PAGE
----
Port Commissioner Tom Albro apologized to the thousands of people who wrote to him over the ports Shell decision. Not good enough. Whats he going to do about it now?
Port Commissioner Tom Albro apologized to the thousands of people who wrote to him about the port's Shell decision. Not good enough. What's he going to do about it now? Don Wilson/Port of Seattle

If Shell finds oil in the Arctic this summer, we're looking at likely disaster. Not only is there a 75 percent chance of a spill if drilling goes forward, but—as I've harped on many, many times before (I don't care if you're sick of it!)—recent research shows that all Arctic oil and gas should be considered "unburnable" if we don't want to push the earth into dangerous and irreparable climate change territory.

In February, Seattle's five elected port officials decided to enable Arctic drilling by allowing this city's port to become the off-season base for Shell's Arctic drilling fleet. All five of them are culpable, even though three of them actively encouraged the homeport while two didn't do enough to fight it.

Commissioner Tom Albro falls into the latter category.

Albro is a small business-minded Republican who's served on the port commission since 2010. He doesn't have the best environmental record there, though hardly any of the port commissioners have great environmental records. Environmentalists have criticized Albro for killing a solid resolution to clean up the port's diesel truck pollution in 2010. They were also dismayed when Albro objected to an agreement to clean up pollution from cruise lines in 2012.

But Albro hasn't taken as much campaign money from companies involved with the Shell deal as some of his pro-Shell homeport colleagues. He did receive $650 from Saltchuk Resources, parent company of Foss Maritime, the lessee turning over the port terminal to Shell. He also took $3,100 from Marine Resources Group (the company that would become Foss Marine Holdings), and $225 from Andrew Stephens, the former vice president of shipyards and engineering at Foss Maritime. Compared to Bill Bryant and John Creighton's campaign contributions over the years, that's chump change.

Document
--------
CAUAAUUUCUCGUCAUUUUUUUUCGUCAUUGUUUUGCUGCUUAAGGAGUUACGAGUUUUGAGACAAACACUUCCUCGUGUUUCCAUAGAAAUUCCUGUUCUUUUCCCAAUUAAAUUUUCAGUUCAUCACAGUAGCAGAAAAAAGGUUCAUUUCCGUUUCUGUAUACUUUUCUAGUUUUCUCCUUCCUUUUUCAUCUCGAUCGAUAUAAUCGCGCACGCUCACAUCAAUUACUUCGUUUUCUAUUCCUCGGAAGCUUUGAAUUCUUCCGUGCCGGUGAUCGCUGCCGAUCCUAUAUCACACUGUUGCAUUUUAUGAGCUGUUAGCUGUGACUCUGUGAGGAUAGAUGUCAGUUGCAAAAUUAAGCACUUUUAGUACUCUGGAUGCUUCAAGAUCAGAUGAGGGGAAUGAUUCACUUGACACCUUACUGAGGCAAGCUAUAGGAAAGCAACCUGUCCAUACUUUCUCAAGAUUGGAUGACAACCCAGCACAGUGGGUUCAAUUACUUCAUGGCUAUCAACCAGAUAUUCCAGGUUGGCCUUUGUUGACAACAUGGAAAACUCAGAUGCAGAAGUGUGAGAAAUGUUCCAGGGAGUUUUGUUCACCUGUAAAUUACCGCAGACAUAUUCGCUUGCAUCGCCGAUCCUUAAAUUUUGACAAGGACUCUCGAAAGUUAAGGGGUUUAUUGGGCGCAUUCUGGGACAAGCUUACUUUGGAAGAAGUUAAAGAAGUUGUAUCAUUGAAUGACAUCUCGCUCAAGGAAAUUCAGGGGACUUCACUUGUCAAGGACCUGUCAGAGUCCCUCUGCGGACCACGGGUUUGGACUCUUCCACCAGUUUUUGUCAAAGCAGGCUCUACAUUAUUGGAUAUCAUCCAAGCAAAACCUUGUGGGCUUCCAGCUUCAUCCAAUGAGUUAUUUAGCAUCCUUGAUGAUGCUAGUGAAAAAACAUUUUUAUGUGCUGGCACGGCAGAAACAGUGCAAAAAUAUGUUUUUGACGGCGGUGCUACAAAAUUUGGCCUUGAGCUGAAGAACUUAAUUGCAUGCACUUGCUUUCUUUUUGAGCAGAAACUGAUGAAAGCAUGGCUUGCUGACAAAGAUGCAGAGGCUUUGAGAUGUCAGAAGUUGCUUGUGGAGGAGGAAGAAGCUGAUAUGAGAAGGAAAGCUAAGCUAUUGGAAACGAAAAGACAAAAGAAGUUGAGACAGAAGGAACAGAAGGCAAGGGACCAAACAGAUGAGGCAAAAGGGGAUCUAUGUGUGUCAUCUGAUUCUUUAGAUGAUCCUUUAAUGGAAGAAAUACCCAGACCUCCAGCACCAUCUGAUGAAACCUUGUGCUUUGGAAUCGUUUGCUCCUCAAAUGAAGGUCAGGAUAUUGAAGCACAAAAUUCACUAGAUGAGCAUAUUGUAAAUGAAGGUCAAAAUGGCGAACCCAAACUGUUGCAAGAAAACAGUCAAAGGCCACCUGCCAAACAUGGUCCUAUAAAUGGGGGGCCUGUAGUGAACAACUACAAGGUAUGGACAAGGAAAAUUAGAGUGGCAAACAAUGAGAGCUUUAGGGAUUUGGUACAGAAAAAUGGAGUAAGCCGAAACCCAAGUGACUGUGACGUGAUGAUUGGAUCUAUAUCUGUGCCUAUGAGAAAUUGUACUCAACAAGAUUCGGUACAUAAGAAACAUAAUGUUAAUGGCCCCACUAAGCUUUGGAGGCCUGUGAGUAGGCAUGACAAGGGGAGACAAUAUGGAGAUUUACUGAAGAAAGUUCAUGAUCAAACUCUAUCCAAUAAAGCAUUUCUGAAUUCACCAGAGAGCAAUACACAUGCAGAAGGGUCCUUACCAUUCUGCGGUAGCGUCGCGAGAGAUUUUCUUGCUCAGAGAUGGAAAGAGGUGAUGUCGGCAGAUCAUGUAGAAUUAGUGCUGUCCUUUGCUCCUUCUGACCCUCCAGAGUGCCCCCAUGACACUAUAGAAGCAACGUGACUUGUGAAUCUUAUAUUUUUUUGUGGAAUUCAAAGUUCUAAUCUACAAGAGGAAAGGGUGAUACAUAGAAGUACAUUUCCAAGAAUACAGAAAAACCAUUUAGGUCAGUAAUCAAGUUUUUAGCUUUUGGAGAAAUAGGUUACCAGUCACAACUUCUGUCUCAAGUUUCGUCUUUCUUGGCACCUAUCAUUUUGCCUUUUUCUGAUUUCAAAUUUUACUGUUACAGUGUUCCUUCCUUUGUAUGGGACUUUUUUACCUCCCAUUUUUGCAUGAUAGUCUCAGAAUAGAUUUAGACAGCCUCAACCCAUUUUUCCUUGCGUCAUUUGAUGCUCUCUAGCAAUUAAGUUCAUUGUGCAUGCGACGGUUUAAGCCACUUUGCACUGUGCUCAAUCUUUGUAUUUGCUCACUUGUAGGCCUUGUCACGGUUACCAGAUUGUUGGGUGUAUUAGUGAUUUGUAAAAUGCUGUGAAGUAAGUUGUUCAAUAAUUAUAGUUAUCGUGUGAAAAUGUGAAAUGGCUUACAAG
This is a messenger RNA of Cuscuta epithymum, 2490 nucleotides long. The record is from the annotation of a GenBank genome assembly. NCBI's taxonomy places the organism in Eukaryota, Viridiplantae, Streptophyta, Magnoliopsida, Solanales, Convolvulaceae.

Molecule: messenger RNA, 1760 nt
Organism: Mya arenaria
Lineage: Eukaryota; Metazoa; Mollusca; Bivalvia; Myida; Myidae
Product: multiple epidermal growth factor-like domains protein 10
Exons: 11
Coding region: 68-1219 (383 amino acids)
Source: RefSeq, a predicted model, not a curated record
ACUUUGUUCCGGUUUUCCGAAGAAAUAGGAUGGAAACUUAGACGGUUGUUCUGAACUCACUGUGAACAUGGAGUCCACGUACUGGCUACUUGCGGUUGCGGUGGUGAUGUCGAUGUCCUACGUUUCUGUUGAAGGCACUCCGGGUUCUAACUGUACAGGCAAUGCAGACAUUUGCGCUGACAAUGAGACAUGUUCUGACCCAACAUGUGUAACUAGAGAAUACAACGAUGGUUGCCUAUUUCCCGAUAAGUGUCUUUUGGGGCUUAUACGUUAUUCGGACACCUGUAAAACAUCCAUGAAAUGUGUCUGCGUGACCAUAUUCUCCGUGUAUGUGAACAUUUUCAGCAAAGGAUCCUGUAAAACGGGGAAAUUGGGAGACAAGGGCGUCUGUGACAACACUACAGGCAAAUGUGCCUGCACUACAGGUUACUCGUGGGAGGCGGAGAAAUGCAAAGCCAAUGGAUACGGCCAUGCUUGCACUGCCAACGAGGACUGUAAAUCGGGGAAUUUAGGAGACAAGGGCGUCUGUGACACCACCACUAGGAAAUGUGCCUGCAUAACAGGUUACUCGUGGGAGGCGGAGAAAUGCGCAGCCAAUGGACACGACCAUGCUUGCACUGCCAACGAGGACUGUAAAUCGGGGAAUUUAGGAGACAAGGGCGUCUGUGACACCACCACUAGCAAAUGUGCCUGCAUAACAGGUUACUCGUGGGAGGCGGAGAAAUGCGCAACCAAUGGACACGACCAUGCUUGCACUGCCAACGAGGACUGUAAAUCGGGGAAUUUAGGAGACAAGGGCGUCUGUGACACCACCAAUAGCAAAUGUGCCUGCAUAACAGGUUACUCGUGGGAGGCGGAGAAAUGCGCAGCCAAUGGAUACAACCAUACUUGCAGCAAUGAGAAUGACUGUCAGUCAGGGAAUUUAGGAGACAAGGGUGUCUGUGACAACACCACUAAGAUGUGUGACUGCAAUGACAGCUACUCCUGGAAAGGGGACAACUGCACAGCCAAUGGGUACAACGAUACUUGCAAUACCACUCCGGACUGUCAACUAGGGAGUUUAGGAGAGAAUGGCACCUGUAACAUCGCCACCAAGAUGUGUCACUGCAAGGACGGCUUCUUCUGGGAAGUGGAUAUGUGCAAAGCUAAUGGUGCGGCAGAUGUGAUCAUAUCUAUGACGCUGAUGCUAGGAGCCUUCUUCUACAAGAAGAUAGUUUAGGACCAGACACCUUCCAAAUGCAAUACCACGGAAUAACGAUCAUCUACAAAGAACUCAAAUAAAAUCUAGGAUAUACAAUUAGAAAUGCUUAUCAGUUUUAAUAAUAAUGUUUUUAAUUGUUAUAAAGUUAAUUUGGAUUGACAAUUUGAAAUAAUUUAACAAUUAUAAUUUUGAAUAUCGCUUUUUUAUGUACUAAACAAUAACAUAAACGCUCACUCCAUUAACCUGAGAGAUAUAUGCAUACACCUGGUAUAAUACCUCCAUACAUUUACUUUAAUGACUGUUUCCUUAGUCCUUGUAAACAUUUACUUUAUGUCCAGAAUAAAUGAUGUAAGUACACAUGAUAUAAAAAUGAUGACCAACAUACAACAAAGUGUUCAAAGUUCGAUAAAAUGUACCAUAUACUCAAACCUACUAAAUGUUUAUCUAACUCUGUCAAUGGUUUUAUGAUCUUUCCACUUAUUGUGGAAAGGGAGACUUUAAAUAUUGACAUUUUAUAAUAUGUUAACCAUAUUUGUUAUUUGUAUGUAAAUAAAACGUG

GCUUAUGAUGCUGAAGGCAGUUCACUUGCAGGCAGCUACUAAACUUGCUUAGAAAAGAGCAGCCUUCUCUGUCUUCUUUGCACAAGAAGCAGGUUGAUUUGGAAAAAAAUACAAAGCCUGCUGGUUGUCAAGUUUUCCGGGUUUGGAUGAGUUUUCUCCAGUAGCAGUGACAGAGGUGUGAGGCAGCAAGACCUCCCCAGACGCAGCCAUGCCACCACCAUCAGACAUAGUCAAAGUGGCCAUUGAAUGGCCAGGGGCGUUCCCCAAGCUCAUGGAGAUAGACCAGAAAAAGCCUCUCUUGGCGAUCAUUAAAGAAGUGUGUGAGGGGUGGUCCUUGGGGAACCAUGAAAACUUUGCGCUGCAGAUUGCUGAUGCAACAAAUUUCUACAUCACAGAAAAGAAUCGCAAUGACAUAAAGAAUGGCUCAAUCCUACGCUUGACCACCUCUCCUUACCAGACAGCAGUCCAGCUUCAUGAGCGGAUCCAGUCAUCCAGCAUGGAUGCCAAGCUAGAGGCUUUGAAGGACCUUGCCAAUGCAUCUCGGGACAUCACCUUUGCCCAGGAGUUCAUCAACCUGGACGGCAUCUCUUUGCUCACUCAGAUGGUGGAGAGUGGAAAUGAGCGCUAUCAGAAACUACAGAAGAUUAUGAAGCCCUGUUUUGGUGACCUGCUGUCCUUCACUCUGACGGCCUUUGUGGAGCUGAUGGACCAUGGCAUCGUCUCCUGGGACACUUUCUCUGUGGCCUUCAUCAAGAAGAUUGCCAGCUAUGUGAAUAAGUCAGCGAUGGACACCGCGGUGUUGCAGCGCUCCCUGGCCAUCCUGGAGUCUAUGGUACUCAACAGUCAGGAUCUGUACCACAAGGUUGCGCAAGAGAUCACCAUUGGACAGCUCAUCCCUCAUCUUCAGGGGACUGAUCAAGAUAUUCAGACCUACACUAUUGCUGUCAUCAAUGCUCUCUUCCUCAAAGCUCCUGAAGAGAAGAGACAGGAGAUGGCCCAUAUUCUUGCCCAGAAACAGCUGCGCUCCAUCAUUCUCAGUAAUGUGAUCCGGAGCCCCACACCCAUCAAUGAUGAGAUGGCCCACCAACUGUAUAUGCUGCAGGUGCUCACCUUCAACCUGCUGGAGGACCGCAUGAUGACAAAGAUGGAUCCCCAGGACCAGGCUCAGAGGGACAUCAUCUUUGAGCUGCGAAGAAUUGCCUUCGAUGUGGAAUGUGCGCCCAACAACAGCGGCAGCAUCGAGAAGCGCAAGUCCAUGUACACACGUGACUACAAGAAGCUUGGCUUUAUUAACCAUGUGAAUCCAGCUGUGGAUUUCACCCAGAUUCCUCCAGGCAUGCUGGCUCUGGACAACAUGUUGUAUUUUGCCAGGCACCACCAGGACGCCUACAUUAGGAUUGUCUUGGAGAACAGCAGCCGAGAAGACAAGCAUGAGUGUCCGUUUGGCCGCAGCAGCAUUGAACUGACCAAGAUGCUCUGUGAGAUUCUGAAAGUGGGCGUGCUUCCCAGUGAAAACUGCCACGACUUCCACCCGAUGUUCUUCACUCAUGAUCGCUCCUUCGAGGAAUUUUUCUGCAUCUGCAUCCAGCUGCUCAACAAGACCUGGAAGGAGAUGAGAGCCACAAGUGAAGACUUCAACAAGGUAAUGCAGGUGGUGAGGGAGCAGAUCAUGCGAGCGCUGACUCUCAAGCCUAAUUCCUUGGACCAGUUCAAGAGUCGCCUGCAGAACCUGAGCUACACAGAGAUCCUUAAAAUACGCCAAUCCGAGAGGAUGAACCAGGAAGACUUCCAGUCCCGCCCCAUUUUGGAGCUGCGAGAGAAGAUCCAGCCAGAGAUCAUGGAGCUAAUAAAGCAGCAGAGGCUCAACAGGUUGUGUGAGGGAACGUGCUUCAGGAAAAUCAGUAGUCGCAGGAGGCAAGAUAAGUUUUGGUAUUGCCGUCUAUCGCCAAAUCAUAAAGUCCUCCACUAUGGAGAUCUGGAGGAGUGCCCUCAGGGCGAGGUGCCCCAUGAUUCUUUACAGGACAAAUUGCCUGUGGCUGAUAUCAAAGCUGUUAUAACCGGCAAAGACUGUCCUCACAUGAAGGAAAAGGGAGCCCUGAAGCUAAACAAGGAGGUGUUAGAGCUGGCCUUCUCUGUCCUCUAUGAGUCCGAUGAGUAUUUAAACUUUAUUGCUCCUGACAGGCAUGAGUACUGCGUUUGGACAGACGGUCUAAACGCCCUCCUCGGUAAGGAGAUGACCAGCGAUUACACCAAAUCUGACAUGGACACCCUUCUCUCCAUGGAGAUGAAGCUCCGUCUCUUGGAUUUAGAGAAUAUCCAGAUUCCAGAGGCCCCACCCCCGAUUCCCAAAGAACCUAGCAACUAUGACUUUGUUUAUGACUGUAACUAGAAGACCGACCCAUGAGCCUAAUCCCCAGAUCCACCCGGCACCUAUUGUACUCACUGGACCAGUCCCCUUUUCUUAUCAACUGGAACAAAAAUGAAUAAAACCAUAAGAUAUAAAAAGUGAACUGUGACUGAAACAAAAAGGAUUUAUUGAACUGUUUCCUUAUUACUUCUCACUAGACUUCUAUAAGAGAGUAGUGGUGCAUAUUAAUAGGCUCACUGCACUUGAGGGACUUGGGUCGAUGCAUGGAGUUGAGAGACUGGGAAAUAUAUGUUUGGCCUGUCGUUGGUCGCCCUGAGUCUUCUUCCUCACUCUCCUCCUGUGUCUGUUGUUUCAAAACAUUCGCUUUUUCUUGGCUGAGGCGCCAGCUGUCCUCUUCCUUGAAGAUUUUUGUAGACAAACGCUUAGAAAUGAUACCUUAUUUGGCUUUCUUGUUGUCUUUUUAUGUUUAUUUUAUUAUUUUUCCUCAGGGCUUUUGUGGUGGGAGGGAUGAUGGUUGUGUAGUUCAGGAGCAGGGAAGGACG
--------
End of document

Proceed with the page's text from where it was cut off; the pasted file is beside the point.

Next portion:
And it's clear that something about the Shell deal did genuinely rankle Albro. He opposed hosting the Arctic drilling fleet from the beginning, according to his colleague John Creighton. And, at the one public meeting the port held about the Shell deal, Albro was the only official to bring forward a motion that could have stalled or denied the lease for an Arctic drilling homeport.

Albro's motion failed. No one seconded it, not even Courtney Gregoire, who, like Albro, says she opposes Arctic drilling. Gregoire said that Albro's motion was far too broad. It asked to require the commission's approval for all short-term leases at the terminal where Shell's Arctic fleet was meant to stay.

So why didn't Albro come up with a more specific motion? Or why didn't Gregoire second an overly broad motion anyway, annoying-factor-be-damned? We may never know. Albro and Gregoire may not have had the votes to deny the lease at that time, but they did have the power to bring the decision to a vote. And technically, that didn't even happen.

What the hell?

Late last month, Albro told The Stranger that he had received thousands of e-mails about the port's decision. He sent out a form letter response that apologized for his failure. "To state it mildly, I am not pleased with the Commission's recent decision to move forward with Foss/Shell use of Terminal 5," Albro wrote. "Going forward I will actively press for Commission adoption of practical policies that guide staff to business deals that both align with our public values and serve middle-class job growth for our city, region, and state."

Nope. Not good enough. No one's going to care about whatever nice-sounding green principles the port puts in place after it enables one of the most dangerous and destructive commercial pursuits of our times.

So here's what Albro can do instead: He can force the issue to another vote. He can bring forward a motion to rescind the lease. He can bring forward a motion to write to Secretary of the Interior Sally Jewell and ask her not to let Shell drill this summer. Albro can do all of the above, and that way he won't have to apologize again for offering a weak alternative.

Seattle City Council members are now asking the city to investigate the port's Shell decision. Meanwhile, you can ask Albro to further investigate his Shell-stopping options.

Reach Tom Albro at albro.t@portseattle.org. You can reach other port commissioners at the bottom of this post, and Sally Jewell here.

Next up: Commissioner Courtney Gregoire.